Keira Knightley looks so sensuous when she walks around with her lips constantly parted, but on me, Meredith thinks in front of the mirror, it just looks like mouth-breathing. The chili-red lipstick she’s using in her attempts to forge a thicker pout isn’t even hers; another barista loaned it to her for her first date with Cole, the manager of the coffee shop where she slings espressos and chai lattes when she’s not reworking her grad school applications. She unspins the lipstick, but all she can see in the mirror is a homicidal granny-clown staring back at her, so she wipes her face clean with toilet paper, twines her hair into its customary fishtail braid, and puts on some strappy wedge sandals. At least her calves look good.
He’s late, she thinks. Probably bailing.
Her body is a match for Cole’s, but her face is plain, and his fit for portraiture. Men and women openly flirt with him at Groundlings, request private tastings, slide their numbers to him on receipts, inquire what his tattoos symbolize, leave lipstick kisses on recycled brown napkins. Conspiratorially, she and Cole laugh at them, but she has a shoebox at home where she keeps the few offers she’s received. One guy she even considered texting in an attempt to wean herself off her own Cole-obsession, long-smoldering and by turns torturous and thrilling, until he, with no warning, one day just asked her out: “You and Me?” with the date and time inscribed in very light pencil on a coffee filter. She’d longed for it so long, it felt like entering an alien atmosphere, and with it, a new body. Now she can look back and see herself more plainly, her old fawning self: perpetually, idiotically, tilting her head toward him, inspecting his face when others spoke, showering before her shifts even though it made more sense to wait until after to scrub away the deep-skinned coffee smell.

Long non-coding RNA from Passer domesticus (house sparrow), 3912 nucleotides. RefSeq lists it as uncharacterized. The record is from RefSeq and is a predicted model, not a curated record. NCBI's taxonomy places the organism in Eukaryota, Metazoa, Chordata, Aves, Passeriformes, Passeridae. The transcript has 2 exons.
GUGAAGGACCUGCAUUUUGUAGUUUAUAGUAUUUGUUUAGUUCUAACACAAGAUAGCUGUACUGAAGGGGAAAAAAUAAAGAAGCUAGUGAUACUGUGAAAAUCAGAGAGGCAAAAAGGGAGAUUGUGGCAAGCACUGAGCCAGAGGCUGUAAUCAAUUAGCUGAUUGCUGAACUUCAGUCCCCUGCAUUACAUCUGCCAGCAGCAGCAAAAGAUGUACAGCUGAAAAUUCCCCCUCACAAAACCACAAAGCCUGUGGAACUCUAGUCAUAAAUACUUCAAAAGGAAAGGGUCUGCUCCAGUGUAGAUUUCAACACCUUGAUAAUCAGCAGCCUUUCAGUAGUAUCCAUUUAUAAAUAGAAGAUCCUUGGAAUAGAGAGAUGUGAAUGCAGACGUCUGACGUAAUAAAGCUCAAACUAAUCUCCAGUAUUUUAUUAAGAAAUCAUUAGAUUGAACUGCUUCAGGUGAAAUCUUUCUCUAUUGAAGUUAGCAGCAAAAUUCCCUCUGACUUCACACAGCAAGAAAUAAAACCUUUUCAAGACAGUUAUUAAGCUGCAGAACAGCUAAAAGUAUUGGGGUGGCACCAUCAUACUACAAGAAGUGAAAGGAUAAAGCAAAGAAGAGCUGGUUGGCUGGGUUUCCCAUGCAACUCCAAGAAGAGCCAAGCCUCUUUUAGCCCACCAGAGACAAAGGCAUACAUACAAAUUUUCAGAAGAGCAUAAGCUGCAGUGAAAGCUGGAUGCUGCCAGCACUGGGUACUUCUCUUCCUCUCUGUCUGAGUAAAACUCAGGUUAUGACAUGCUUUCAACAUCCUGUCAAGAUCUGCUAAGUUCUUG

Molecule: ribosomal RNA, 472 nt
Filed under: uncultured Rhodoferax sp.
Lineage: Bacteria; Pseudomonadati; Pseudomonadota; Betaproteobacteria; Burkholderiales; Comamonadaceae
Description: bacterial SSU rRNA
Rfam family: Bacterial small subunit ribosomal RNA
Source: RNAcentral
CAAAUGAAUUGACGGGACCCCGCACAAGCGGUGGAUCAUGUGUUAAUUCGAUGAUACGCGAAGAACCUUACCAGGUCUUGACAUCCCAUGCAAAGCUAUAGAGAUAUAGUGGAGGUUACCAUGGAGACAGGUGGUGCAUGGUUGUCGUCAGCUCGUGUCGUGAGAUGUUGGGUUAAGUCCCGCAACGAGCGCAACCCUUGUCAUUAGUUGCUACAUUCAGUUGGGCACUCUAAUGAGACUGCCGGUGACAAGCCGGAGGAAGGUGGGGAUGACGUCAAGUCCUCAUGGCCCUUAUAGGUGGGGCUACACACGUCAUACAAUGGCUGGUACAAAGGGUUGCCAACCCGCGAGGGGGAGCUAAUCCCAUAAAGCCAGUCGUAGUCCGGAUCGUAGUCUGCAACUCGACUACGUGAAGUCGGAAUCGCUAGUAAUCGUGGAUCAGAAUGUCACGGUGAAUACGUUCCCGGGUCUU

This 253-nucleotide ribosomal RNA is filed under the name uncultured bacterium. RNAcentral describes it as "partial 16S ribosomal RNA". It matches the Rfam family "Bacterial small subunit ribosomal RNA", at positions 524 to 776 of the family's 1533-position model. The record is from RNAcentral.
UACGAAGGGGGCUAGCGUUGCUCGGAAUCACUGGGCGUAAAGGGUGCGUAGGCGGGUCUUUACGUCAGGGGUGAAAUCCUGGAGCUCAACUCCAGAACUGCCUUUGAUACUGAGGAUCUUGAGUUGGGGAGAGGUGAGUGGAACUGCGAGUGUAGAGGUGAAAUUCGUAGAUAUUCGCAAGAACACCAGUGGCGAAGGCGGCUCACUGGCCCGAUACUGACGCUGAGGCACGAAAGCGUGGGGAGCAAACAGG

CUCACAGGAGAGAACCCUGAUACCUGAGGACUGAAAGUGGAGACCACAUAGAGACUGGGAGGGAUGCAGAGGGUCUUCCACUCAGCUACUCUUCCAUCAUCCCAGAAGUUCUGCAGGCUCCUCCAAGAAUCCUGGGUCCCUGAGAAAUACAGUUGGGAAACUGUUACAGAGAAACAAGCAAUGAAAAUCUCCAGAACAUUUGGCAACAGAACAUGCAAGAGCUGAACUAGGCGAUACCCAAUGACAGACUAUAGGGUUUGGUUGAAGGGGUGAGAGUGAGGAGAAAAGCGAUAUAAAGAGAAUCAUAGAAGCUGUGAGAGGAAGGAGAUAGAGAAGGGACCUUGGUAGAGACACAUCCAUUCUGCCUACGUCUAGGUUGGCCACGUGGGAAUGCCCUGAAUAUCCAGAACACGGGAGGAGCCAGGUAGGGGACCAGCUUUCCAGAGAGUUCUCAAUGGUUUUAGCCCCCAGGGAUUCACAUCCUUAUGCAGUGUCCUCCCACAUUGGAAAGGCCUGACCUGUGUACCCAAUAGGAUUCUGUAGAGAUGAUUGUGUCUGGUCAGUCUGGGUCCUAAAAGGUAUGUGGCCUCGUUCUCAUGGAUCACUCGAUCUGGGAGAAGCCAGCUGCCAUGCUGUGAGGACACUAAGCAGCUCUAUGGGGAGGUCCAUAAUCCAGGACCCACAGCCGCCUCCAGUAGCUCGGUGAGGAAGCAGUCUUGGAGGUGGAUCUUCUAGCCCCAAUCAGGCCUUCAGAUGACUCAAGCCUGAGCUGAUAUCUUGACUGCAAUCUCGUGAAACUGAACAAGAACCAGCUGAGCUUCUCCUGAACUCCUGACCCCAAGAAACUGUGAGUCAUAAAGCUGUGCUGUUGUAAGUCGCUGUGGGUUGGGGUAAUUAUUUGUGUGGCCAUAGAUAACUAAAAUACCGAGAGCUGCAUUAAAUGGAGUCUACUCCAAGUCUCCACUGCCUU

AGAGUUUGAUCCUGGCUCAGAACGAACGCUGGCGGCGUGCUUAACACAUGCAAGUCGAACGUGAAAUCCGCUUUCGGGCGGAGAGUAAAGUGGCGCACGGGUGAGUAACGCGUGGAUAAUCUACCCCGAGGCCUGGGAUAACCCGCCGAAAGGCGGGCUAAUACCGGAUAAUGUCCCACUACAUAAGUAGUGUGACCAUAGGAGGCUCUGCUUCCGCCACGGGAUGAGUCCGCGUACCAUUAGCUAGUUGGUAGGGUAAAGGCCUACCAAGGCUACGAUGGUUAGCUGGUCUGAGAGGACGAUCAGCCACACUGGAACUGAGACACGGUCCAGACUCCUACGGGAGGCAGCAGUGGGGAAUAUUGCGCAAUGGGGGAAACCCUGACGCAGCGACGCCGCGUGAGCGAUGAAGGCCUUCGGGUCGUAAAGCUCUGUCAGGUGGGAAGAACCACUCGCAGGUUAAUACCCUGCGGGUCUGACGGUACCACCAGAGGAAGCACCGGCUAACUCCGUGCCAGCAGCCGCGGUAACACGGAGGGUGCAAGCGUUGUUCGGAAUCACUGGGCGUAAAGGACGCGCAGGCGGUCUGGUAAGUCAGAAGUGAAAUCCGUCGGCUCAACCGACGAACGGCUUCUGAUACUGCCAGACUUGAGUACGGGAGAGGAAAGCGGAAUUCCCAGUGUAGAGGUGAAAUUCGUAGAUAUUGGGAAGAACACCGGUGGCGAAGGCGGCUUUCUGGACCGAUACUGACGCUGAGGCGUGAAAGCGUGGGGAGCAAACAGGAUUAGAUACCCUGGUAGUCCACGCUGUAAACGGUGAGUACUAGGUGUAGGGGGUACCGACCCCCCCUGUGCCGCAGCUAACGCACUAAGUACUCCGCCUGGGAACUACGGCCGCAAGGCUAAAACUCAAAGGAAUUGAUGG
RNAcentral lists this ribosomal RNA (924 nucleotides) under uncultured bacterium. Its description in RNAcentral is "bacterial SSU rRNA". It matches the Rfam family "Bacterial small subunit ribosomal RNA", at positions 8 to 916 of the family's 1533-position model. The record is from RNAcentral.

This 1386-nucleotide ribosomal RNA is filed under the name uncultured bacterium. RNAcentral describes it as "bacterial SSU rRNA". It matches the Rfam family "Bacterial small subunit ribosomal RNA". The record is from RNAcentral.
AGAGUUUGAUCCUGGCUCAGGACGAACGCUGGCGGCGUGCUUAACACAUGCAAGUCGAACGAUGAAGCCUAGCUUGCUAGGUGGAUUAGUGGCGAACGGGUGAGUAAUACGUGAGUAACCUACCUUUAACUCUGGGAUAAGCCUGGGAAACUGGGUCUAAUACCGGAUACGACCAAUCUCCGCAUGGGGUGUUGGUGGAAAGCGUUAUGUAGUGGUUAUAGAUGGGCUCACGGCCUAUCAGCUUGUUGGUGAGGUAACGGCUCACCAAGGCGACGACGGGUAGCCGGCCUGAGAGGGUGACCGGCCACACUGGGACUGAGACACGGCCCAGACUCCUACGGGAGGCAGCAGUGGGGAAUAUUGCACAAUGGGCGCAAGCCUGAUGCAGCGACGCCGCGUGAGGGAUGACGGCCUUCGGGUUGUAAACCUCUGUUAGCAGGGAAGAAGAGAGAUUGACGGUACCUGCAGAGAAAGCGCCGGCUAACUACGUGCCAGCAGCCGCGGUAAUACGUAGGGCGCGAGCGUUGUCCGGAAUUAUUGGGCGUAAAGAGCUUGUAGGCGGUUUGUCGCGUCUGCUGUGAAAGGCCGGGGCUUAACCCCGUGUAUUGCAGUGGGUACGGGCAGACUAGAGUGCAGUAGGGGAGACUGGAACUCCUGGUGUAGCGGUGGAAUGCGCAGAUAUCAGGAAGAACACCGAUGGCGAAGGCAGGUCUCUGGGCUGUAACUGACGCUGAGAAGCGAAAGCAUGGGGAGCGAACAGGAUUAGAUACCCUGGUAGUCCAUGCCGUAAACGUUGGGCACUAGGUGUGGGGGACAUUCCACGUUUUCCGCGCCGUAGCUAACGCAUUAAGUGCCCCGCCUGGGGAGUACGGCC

He’s not late. There’s the knock. A little cheesy: shave and a haircut. A bouquet of grocery store flowers greets her at the door and then a too big smile. He holds out an elbow in a retro move, and Meredith feels suddenly better and worse. Better about herself, as if the imbalance between them has been leveled, but worse about where the night is headed. This isn’t the casually confident Cole upselling crowds of restive yuppies with the latest percolator or organic blend.
After lots of pasta and wine at an Italian restaurant with braided candles—which she has to admit is pretty classic—Meredith invites Cole back to her place for a nightcap—lingo to match. She’s gotten past his choreographed moves and is feeling hot for him and hot for herself and hot with the idea that he’s hot for her, and she wants him to learn her the way he’s so learned about so many other things: the subtle flavors of particular coffee beans grown in distant climes, Russian poetry, everything indie.
She kicks her sandals into the corner and pours some tequila, a relic of a bygone boyfriend. Long bygone, she thinks, as she brings the shots to the couch. Cole reaches his arm around her with the faux-yawn maneuver, which she forgivingly overlooks, then he clinks their glasses, kisses her mouth and neck, and slides the straps of her dress down her shoulders, but they only kiss for too long, those hours behind the counter foreplay enough, so she straddles him and unbuttons his shirt. He holds his limbs tight against himself, so she brings him another shot of tequila and wiggles his pants down.
Oh, God. He’s tiny.
And the whole night behind them makes sense.
Then she sees a new tattoo low on his belly, just above the borderline of crinkly hair, the skin a deeper pink around the edges of the #2.
He chuckles, shy and hopeful. “Like a pencil.”
“Badass,” she says.